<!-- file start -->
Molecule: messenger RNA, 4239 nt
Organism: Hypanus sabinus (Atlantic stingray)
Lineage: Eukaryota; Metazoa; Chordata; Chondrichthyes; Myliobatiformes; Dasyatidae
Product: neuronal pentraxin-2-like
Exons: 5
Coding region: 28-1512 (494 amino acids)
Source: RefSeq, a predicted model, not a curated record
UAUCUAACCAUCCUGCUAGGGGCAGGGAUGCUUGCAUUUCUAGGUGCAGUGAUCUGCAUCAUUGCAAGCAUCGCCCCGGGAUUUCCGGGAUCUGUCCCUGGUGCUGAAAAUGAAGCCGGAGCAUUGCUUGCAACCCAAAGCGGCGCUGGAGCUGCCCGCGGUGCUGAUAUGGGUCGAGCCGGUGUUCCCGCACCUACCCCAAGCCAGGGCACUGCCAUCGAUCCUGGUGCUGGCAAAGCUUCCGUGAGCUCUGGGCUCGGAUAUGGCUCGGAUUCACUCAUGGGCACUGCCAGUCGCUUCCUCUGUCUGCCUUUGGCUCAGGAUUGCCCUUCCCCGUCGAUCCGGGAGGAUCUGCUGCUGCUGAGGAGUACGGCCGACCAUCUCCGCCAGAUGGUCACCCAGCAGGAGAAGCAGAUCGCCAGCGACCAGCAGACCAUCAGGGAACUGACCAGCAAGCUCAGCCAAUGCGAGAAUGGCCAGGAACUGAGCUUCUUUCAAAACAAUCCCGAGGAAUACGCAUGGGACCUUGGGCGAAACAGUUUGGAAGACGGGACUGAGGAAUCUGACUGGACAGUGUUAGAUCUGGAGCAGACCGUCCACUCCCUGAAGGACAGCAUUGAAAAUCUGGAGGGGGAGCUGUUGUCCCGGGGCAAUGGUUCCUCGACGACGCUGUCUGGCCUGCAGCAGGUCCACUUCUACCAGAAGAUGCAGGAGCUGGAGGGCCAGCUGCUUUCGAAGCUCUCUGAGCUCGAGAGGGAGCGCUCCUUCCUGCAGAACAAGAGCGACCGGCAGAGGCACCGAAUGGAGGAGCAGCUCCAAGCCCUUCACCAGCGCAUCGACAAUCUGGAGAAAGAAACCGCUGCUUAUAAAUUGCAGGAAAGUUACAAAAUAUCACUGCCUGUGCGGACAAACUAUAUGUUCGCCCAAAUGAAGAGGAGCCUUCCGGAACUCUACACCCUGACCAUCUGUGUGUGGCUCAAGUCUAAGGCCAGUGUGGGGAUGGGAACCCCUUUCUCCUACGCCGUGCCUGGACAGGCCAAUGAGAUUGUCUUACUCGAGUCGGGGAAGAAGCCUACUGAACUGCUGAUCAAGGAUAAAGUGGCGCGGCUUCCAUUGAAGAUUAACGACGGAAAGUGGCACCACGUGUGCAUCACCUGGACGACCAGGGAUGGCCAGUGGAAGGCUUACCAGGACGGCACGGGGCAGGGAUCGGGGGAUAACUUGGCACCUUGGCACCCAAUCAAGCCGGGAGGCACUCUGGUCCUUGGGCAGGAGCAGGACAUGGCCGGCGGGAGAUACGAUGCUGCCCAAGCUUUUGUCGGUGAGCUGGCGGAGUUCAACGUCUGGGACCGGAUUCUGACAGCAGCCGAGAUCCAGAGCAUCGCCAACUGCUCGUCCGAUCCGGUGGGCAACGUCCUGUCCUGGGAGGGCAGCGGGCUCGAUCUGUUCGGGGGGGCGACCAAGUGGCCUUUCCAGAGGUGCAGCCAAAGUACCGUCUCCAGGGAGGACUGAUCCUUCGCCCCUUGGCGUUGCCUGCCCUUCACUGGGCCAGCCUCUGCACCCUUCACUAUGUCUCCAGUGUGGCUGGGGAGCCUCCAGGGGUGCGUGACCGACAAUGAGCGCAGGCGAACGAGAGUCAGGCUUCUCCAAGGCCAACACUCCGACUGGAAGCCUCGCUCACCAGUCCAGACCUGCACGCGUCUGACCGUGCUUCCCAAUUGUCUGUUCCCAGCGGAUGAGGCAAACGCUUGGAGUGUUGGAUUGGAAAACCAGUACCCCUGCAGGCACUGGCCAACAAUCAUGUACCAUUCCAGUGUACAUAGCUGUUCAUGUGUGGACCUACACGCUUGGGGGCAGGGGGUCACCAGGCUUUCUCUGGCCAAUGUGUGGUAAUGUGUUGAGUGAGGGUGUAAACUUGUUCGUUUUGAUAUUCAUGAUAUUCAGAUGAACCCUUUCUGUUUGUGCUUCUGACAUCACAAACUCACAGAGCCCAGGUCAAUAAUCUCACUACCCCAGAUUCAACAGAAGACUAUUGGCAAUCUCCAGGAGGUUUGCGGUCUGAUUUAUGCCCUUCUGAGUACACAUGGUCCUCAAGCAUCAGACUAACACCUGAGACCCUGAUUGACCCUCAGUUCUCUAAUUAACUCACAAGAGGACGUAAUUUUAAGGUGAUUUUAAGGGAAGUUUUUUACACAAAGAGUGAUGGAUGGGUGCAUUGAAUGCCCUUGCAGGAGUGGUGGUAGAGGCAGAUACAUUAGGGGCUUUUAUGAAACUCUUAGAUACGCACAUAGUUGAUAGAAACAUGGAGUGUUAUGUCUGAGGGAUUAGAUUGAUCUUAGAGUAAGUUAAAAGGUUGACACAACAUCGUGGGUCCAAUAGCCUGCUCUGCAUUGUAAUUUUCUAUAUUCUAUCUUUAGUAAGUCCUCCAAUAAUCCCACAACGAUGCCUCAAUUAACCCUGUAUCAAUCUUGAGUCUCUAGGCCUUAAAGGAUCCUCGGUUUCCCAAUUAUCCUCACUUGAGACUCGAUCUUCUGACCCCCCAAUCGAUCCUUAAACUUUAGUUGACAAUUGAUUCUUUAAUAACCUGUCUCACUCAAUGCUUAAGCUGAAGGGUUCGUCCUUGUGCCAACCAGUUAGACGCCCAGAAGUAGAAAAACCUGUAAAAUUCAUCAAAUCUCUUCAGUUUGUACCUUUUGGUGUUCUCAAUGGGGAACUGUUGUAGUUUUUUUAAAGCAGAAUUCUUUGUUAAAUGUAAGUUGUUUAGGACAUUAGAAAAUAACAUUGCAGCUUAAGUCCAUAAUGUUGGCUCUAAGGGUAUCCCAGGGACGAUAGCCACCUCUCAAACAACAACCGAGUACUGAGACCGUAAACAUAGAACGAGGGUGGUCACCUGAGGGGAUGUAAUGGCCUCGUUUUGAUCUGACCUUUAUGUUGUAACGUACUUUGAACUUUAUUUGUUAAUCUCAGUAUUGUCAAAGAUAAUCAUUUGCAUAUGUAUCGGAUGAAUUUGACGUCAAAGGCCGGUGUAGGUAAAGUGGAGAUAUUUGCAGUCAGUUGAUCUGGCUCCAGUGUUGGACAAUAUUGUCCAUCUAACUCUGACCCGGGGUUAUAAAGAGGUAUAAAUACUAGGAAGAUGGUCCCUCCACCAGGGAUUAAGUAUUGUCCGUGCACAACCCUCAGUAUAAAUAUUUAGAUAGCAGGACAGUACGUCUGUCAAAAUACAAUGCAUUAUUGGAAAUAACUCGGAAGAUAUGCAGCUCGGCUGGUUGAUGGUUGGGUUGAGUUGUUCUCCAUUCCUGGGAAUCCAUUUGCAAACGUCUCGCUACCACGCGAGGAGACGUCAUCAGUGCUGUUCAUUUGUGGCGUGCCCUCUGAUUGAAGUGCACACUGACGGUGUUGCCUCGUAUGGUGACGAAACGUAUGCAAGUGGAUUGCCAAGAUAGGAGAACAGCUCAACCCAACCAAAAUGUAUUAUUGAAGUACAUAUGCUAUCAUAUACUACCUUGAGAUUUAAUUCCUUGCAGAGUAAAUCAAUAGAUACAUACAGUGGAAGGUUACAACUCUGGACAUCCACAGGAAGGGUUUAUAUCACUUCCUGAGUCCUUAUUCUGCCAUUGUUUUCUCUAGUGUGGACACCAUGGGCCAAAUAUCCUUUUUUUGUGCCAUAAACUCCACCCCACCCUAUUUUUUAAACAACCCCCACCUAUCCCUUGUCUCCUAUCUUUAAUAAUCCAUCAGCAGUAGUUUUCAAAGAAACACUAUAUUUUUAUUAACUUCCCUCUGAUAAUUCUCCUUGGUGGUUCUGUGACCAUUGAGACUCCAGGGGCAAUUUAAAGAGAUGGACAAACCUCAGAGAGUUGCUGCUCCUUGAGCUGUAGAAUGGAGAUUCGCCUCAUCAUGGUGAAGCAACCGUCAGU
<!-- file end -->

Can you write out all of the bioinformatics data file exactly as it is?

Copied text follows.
Molecule: messenger RNA, 4239 nt
Organism: Hypanus sabinus (Atlantic stingray)
Lineage: Eukaryota; Metazoa; Chordata; Chondrichthyes; Myliobatiformes; Dasyatidae
Product: neuronal pentraxin-2-like
Exons: 5
Coding region: 28-1512 (494 amino acids)
Source: RefSeq, a predicted model, not a curated record
UAUCUAACCAUCCUGCUAGGGGCAGGGAUGCUUGCAUUUCUAGGUGCAGUGAUCUGCAUCAUUGCAAGCAUCGCCCCGGGAUUUCCGGGAUCUGUCCCUGGUGCUGAAAAUGAAGCCGGAGCAUUGCUUGCAACCCAAAGCGGCGCUGGAGCUGCCCGCGGUGCUGAUAUGGGUCGAGCCGGUGUUCCCGCACCUACCCCAAGCCAGGGCACUGCCAUCGAUCCUGGUGCUGGCAAAGCUUCCGUGAGCUCUGGGCUCGGAUAUGGCUCGGAUUCACUCAUGGGCACUGCCAGUCGCUUCCUCUGUCUGCCUUUGGCUCAGGAUUGCCCUUCCCCGUCGAUCCGGGAGGAUCUGCUGCUGCUGAGGAGUACGGCCGACCAUCUCCGCCAGAUGGUCACCCAGCAGGAGAAGCAGAUCGCCAGCGACCAGCAGACCAUCAGGGAACUGACCAGCAAGCUCAGCCAAUGCGAGAAUGGCCAGGAACUGAGCUUCUUUCAAAACAAUCCCGAGGAAUACGCAUGGGACCUUGGGCGAAACAGUUUGGAAGACGGGACUGAGGAAUCUGACUGGACAGUGUUAGAUCUGGAGCAGACCGUCCACUCCCUGAAGGACAGCAUUGAAAAUCUGGAGGGGGAGCUGUUGUCCCGGGGCAAUGGUUCCUCGACGACGCUGUCUGGCCUGCAGCAGGUCCACUUCUACCAGAAGAUGCAGGAGCUGGAGGGCCAGCUGCUUUCGAAGCUCUCUGAGCUCGAGAGGGAGCGCUCCUUCCUGCAGAACAAGAGCGACCGGCAGAGGCACCGAAUGGAGGAGCAGCUCCAAGCCCUUCACCAGCGCAUCGACAAUCUGGAGAAAGAAACCGCUGCUUAUAAAUUGCAGGAAAGUUACAAAAUAUCACUGCCUGUGCGGACAAACUAUAUGUUCGCCCAAAUGAAGAGGAGCCUUCCGGAACUCUACACCCUGACCAUCUGUGUGUGGCUCAAGUCUAAGGCCAGUGUGGGGAUGGGAACCCCUUUCUCCUACGCCGUGCCUGGACAGGCCAAUGAGAUUGUCUUACUCGAGUCGGGGAAGAAGCCUACUGAACUGCUGAUCAAGGAUAAAGUGGCGCGGCUUCCAUUGAAGAUUAACGACGGAAAGUGGCACCACGUGUGCAUCACCUGGACGACCAGGGAUGGCCAGUGGAAGGCUUACCAGGACGGCACGGGGCAGGGAUCGGGGGAUAACUUGGCACCUUGGCACCCAAUCAAGCCGGGAGGCACUCUGGUCCUUGGGCAGGAGCAGGACAUGGCCGGCGGGAGAUACGAUGCUGCCCAAGCUUUUGUCGGUGAGCUGGCGGAGUUCAACGUCUGGGACCGGAUUCUGACAGCAGCCGAGAUCCAGAGCAUCGCCAACUGCUCGUCCGAUCCGGUGGGCAACGUCCUGUCCUGGGAGGGCAGCGGGCUCGAUCUGUUCGGGGGGGCGACCAAGUGGCCUUUCCAGAGGUGCAGCCAAAGUACCGUCUCCAGGGAGGACUGAUCCUUCGCCCCUUGGCGUUGCCUGCCCUUCACUGGGCCAGCCUCUGCACCCUUCACUAUGUCUCCAGUGUGGCUGGGGAGCCUCCAGGGGUGCGUGACCGACAAUGAGCGCAGGCGAACGAGAGUCAGGCUUCUCCAAGGCCAACACUCCGACUGGAAGCCUCGCUCACCAGUCCAGACCUGCACGCGUCUGACCGUGCUUCCCAAUUGUCUGUUCCCAGCGGAUGAGGCAAACGCUUGGAGUGUUGGAUUGGAAAACCAGUACCCCUGCAGGCACUGGCCAACAAUCAUGUACCAUUCCAGUGUACAUAGCUGUUCAUGUGUGGACCUACACGCUUGGGGGCAGGGGGUCACCAGGCUUUCUCUGGCCAAUGUGUGGUAAUGUGUUGAGUGAGGGUGUAAACUUGUUCGUUUUGAUAUUCAUGAUAUUCAGAUGAACCCUUUCUGUUUGUGCUUCUGACAUCACAAACUCACAGAGCCCAGGUCAAUAAUCUCACUACCCCAGAUUCAACAGAAGACUAUUGGCAAUCUCCAGGAGGUUUGCGGUCUGAUUUAUGCCCUUCUGAGUACACAUGGUCCUCAAGCAUCAGACUAACACCUGAGACCCUGAUUGACCCUCAGUUCUCUAAUUAACUCACAAGAGGACGUAAUUUUAAGGUGAUUUUAAGGGAAGUUUUUUACACAAAGAGUGAUGGAUGGGUGCAUUGAAUGCCCUUGCAGGAGUGGUGGUAGAGGCAGAUACAUUAGGGGCUUUUAUGAAACUCUUAGAUACGCACAUAGUUGAUAGAAACAUGGAGUGUUAUGUCUGAGGGAUUAGAUUGAUCUUAGAGUAAGUUAAAAGGUUGACACAACAUCGUGGGUCCAAUAGCCUGCUCUGCAUUGUAAUUUUCUAUAUUCUAUCUUUAGUAAGUCCUCCAAUAAUCCCACAACGAUGCCUCAAUUAACCCUGUAUCAAUCUUGAGUCUCUAGGCCUUAAAGGAUCCUCGGUUUCCCAAUUAUCCUCACUUGAGACUCGAUCUUCUGACCCCCCAAUCGAUCCUUAAACUUUAGUUGACAAUUGAUUCUUUAAUAACCUGUCUCACUCAAUGCUUAAGCUGAAGGGUUCGUCCUUGUGCCAACCAGUUAGACGCCCAGAAGUAGAAAAACCUGUAAAAUUCAUCAAAUCUCUUCAGUUUGUACCUUUUGGUGUUCUCAAUGGGGAACUGUUGUAGUUUUUUUAAAGCAGAAUUCUUUGUUAAAUGUAAGUUGUUUAGGACAUUAGAAAAUAACAUUGCAGCUUAAGUCCAUAAUGUUGGCUCUAAGGGUAUCCCAGGGACGAUAGCCACCUCUCAAACAACAACCGAGUACUGAGACCGUAAACAUAGAACGAGGGUGGUCACCUGAGGGGAUGUAAUGGCCUCGUUUUGAUCUGACCUUUAUGUUGUAACGUACUUUGAACUUUAUUUGUUAAUCUCAGUAUUGUCAAAGAUAAUCAUUUGCAUAUGUAUCGGAUGAAUUUGACGUCAAAGGCCGGUGUAGGUAAAGUGGAGAUAUUUGCAGUCAGUUGAUCUGGCUCCAGUGUUGGACAAUAUUGUCCAUCUAACUCUGACCCGGGGUUAUAAAGAGGUAUAAAUACUAGGAAGAUGGUCCCUCCACCAGGGAUUAAGUAUUGUCCGUGCACAACCCUCAGUAUAAAUAUUUAGAUAGCAGGACAGUACGUCUGUCAAAAUACAAUGCAUUAUUGGAAAUAACUCGGAAGAUAUGCAGCUCGGCUGGUUGAUGGUUGGGUUGAGUUGUUCUCCAUUCCUGGGAAUCCAUUUGCAAACGUCUCGCUACCACGCGAGGAGACGUCAUCAGUGCUGUUCAUUUGUGGCGUGCCCUCUGAUUGAAGUGCACACUGACGGUGUUGCCUCGUAUGGUGACGAAACGUAUGCAAGUGGAUUGCCAAGAUAGGAGAACAGCUCAACCCAACCAAAAUGUAUUAUUGAAGUACAUAUGCUAUCAUAUACUACCUUGAGAUUUAAUUCCUUGCAGAGUAAAUCAAUAGAUACAUACAGUGGAAGGUUACAACUCUGGACAUCCACAGGAAGGGUUUAUAUCACUUCCUGAGUCCUUAUUCUGCCAUUGUUUUCUCUAGUGUGGACACCAUGGGCCAAAUAUCCUUUUUUUGUGCCAUAAACUCCACCCCACCCUAUUUUUUAAACAACCCCCACCUAUCCCUUGUCUCCUAUCUUUAAUAAUCCAUCAGCAGUAGUUUUCAAAGAAACACUAUAUUUUUAUUAACUUCCCUCUGAUAAUUCUCCUUGGUGGUUCUGUGACCAUUGAGACUCCAGGGGCAAUUUAAAGAGAUGGACAAACCUCAGAGAGUUGCUGCUCCUUGAGCUGUAGAAUGGAGAUUCGCCUCAUCAUGGUGAAGCAACCGUCAGU